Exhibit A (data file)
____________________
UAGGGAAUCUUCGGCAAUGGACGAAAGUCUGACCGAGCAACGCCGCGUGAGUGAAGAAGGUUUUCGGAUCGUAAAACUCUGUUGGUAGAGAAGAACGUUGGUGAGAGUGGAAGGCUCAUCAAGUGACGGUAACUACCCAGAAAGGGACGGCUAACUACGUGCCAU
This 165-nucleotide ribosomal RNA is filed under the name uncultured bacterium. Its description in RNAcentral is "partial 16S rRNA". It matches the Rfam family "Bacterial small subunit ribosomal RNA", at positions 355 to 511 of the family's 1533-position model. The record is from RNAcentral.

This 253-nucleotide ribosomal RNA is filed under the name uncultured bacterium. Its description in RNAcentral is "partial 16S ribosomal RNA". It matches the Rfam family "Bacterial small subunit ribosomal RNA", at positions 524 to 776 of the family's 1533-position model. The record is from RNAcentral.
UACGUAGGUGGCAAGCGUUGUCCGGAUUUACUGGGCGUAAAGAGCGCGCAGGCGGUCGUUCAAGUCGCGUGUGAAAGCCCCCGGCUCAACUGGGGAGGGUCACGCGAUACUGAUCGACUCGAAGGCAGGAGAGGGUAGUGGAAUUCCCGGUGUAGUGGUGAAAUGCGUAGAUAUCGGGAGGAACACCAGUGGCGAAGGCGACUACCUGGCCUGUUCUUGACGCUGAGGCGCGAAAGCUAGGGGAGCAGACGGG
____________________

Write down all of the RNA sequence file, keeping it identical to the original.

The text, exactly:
UAGGGAAUCUUCGGCAAUGGACGAAAGUCUGACCGAGCAACGCCGCGUGAGUGAAGAAGGUUUUCGGAUCGUAAAACUCUGUUGGUAGAGAAGAACGUUGGUGAGAGUGGAAGGCUCAUCAAGUGACGGUAACUACCCAGAAAGGGACGGCUAACUACGUGCCAU
This 165-nucleotide ribosomal RNA is filed under the name uncultured bacterium. Its description in RNAcentral is "partial 16S rRNA". It matches the Rfam family "Bacterial small subunit ribosomal RNA", at positions 355 to 511 of the family's 1533-position model. The record is from RNAcentral.

This 253-nucleotide ribosomal RNA is filed under the name uncultured bacterium. Its description in RNAcentral is "partial 16S ribosomal RNA". It matches the Rfam family "Bacterial small subunit ribosomal RNA", at positions 524 to 776 of the family's 1533-position model. The record is from RNAcentral.
UACGUAGGUGGCAAGCGUUGUCCGGAUUUACUGGGCGUAAAGAGCGCGCAGGCGGUCGUUCAAGUCGCGUGUGAAAGCCCCCGGCUCAACUGGGGAGGGUCACGCGAUACUGAUCGACUCGAAGGCAGGAGAGGGUAGUGGAAUUCCCGGUGUAGUGGUGAAAUGCGUAGAUAUCGGGAGGAACACCAGUGGCGAAGGCGACUACCUGGCCUGUUCUUGACGCUGAGGCGCGAAAGCUAGGGGAGCAGACGGG